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KIRN Primary School is being hailed as a model example of best practice in education following an outstanding inspection report – and the “inspirational leadership” of head teacher James Wylie was this week recognised by proud local councillors.
The Cowal Courier told in August how inspectors had rated the school as either “excellent” or “very good” in all categories and described the behaviour of all pupils as “impeccable”.
They were so impressed with Kirn Primary that they now want to work with Argyll and Bute Council and the school to use it as a model example for schools throughout Scotland to aspire to.
And local elected members got their chance to heap yet more praise on the ongoing work of Mr Wylie and his enthusiastic staff at the latest meeting of Bute and Cowal Area Committee.
Cowal councillor Bruce Marshall admitted that the school building and the “tools” Mr Wylie had to work with at Kirn – ahead of the school either being refurbished or becoming part of a new joint campus with Dunoon and St Mun’s – “are atrocious”.
But he added: “What you have achieved is wonderful.”
Dunoon councillor Jimmy McQueen – a Kirn pupil in the 1930s – said: “It’s always been a great wee school. I have great memories of it.”
Asked what the secret to the school’s stunning success was, Mr Wylie – who has been in post for seven years – replied: “A very clear vision, determination and creativity.
“We all have reducing budgets but that just means that we have to be creative with the resource we have.”
Mr Wylie added: “The inspectors were very engaging and the whole structure of the inspection boosted our confidence as well. It has left Kirn Primary School sitting very proudly on a national stage.”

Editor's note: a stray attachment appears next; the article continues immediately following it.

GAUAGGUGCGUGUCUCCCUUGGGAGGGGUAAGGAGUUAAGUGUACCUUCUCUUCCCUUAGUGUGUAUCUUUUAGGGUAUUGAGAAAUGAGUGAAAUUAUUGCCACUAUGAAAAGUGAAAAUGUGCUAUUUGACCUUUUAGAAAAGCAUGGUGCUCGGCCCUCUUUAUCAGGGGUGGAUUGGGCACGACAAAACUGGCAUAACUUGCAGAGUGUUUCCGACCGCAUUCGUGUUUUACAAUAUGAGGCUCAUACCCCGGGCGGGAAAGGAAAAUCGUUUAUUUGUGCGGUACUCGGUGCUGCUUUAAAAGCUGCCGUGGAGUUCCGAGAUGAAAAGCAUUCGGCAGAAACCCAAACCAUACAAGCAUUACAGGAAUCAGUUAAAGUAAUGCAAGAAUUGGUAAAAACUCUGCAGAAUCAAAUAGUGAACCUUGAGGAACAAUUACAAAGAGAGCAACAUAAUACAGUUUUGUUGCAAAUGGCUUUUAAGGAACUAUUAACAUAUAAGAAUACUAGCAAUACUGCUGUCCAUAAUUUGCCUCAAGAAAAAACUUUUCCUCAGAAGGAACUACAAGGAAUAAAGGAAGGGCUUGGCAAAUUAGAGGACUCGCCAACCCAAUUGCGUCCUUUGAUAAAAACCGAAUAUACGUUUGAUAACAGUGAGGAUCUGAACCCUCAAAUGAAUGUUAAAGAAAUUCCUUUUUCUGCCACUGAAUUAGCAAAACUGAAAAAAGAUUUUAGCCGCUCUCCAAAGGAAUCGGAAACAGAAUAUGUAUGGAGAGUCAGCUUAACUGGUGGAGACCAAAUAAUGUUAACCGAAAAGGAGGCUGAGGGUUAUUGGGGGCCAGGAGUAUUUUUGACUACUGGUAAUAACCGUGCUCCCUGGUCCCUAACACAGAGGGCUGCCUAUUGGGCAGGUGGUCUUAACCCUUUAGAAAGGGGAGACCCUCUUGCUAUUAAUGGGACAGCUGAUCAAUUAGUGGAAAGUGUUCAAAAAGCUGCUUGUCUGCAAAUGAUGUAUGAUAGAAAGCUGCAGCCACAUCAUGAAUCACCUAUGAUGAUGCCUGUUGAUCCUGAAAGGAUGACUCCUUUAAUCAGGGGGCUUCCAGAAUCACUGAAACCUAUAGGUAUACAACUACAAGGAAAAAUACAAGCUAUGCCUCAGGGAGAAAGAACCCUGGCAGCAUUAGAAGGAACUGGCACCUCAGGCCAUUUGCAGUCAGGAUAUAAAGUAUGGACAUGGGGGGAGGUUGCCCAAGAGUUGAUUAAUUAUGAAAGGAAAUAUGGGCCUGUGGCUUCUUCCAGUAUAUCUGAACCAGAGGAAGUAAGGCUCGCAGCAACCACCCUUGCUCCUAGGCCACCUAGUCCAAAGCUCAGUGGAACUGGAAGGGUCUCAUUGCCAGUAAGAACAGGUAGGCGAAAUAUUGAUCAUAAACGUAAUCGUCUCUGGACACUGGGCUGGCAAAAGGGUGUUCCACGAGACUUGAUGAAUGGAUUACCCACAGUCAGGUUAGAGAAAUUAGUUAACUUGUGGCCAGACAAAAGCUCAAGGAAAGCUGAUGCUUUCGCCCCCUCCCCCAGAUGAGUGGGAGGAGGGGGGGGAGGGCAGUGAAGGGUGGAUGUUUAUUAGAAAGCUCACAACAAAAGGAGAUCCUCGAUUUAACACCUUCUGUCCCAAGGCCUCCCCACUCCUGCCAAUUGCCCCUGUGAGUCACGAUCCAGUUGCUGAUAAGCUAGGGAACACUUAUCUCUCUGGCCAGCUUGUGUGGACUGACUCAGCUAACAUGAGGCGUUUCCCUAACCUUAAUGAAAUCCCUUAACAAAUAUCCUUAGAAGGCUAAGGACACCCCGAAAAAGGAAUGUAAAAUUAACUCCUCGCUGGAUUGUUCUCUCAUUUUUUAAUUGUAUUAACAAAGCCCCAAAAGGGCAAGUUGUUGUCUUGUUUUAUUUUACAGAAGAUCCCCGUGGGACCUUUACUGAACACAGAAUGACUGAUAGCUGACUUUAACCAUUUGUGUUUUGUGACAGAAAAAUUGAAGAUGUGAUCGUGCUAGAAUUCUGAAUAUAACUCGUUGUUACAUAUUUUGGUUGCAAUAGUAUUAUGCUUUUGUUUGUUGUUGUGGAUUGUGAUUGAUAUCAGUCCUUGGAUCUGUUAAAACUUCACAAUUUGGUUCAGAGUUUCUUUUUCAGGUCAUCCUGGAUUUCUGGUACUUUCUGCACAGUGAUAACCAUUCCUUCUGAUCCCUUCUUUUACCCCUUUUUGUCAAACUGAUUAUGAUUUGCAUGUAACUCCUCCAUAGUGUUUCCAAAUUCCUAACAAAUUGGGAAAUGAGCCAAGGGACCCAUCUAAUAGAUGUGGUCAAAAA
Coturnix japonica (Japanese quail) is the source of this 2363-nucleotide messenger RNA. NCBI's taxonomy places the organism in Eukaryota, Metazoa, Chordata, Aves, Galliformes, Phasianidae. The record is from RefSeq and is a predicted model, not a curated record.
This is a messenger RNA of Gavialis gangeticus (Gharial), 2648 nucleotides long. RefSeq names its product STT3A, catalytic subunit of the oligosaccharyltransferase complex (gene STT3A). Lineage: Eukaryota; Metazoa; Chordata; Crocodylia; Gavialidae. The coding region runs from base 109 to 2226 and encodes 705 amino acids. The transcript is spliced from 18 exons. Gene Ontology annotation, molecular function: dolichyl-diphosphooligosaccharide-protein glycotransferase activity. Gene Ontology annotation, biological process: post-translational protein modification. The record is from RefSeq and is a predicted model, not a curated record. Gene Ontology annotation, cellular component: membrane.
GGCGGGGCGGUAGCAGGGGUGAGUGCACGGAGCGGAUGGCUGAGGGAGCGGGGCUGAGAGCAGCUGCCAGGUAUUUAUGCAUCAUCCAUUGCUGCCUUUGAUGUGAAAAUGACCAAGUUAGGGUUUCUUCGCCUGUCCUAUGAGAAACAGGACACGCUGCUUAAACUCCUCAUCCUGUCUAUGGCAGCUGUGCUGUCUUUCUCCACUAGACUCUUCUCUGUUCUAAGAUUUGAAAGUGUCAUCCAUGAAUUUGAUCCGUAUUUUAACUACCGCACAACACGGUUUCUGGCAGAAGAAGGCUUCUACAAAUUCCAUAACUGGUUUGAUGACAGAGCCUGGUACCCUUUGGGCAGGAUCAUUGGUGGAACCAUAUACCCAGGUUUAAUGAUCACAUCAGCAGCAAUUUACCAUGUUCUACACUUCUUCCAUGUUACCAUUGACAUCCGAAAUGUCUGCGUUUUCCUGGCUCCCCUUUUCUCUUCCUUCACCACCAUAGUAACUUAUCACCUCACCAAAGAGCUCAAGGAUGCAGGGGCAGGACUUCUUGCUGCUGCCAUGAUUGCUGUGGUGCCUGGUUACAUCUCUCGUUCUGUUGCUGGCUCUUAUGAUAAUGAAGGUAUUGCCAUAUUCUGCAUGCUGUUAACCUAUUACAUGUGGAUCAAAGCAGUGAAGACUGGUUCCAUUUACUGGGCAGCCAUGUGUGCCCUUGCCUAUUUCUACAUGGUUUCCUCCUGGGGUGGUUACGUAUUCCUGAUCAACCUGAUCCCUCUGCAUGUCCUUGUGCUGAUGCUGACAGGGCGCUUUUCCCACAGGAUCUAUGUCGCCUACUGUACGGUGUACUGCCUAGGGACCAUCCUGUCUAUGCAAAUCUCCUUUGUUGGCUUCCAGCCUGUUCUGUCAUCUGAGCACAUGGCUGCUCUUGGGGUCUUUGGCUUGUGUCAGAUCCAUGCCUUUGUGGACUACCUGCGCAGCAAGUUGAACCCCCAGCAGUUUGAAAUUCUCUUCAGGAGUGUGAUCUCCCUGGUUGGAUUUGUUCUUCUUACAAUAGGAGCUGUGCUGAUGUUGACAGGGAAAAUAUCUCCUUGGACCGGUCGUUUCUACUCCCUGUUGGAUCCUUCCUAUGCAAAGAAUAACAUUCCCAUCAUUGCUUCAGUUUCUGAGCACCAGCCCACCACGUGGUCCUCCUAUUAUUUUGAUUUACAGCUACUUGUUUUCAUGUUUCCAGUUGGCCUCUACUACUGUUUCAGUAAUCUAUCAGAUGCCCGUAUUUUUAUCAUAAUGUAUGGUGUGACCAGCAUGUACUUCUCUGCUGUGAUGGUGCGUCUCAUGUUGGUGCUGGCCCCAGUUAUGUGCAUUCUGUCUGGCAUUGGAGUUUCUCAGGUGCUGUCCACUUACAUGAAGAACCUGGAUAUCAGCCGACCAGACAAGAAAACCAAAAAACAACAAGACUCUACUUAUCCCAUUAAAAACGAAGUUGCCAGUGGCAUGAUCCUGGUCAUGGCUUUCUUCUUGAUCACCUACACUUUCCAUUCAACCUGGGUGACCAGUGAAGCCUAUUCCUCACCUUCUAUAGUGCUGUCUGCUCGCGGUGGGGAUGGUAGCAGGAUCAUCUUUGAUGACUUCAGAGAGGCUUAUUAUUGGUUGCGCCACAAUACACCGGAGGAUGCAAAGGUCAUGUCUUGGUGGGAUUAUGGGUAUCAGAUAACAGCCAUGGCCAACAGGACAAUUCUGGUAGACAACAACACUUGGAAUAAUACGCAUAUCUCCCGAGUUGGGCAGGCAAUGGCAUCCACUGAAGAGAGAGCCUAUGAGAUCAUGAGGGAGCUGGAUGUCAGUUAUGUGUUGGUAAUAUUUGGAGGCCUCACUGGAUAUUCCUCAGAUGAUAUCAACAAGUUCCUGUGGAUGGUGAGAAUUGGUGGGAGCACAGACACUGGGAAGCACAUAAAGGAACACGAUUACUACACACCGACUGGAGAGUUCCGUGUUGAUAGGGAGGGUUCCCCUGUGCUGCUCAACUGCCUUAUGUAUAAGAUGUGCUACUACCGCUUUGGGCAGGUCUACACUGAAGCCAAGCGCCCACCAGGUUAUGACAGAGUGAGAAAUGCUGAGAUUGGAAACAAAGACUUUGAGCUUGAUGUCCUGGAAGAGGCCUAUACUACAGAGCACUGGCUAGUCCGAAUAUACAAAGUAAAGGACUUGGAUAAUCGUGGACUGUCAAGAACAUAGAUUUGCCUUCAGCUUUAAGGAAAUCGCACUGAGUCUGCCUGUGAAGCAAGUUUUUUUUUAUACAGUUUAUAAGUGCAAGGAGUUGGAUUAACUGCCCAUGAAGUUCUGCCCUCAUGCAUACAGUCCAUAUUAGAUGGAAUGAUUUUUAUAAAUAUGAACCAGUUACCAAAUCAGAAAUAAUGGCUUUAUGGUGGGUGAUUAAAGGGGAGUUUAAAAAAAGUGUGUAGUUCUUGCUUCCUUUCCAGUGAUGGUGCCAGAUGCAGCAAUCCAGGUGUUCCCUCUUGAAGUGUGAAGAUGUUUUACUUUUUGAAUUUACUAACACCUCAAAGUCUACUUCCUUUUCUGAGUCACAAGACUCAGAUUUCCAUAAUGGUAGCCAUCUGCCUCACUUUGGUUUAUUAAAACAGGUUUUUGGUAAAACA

The school has seen its population grow as its reputation has spread over the years and there are currently 240 pupils, which includes 40 nursery children – compared with 200, including 20 in the nursery a few years ago.
Mr Wylie said: “The inspection report has increased the number of pupils coming to us. We are not yet at saturation point but P5 is getting to that point.”
Nursery leader Fiona Anderson, pictured with Mr Wylie, said: “James’s leadership, vision and enthusiasm have played a huge part in getting us to where we are.
“The nursery is very much part of the school too, and the staff feel highly valued because of that.”
Lead inspector Dr Kate Hannah said in her report on Kirn Primary: “Children in the nursery and across the school learn and achieve to a high standard.
“In the nursery, children have consistently good opportunities to make choices and take responsibility for their own learning.”
Dr Hannah added: “They approach their tasks with confidence and achieve success in a variety of contexts.
“Older children display an exceptionally high level of independence in leading their own learning throughout the session.
“At all stages, children behave impeccably and demonstrate highly responsible attitudes and respect to staff, visitors and each other.”
Of the staff, Dr Hannah’s report states: “There are major strengths in the way that staff across the school support children to develop and learn.
“Staff show very high-quality care and support to children in the school.”
The inspection found that the school had these key strengths:
*Confident, respectful children who have a clear love of learning and great pride in their school
*Innovative approaches to the organisation of the curriculum to ensure children develop important skills through exciting, deep and coherent learning experiences
*High-quality support for children who require extra help in their learning
*Effective partnerships with parents, volunteers, partners and the local community to enrich and extend children’s learning
*Inspirational and strong leadership of the head teacher which drives forward improvements to ensure all children make very good progress in their learning
The full inspection report can be found at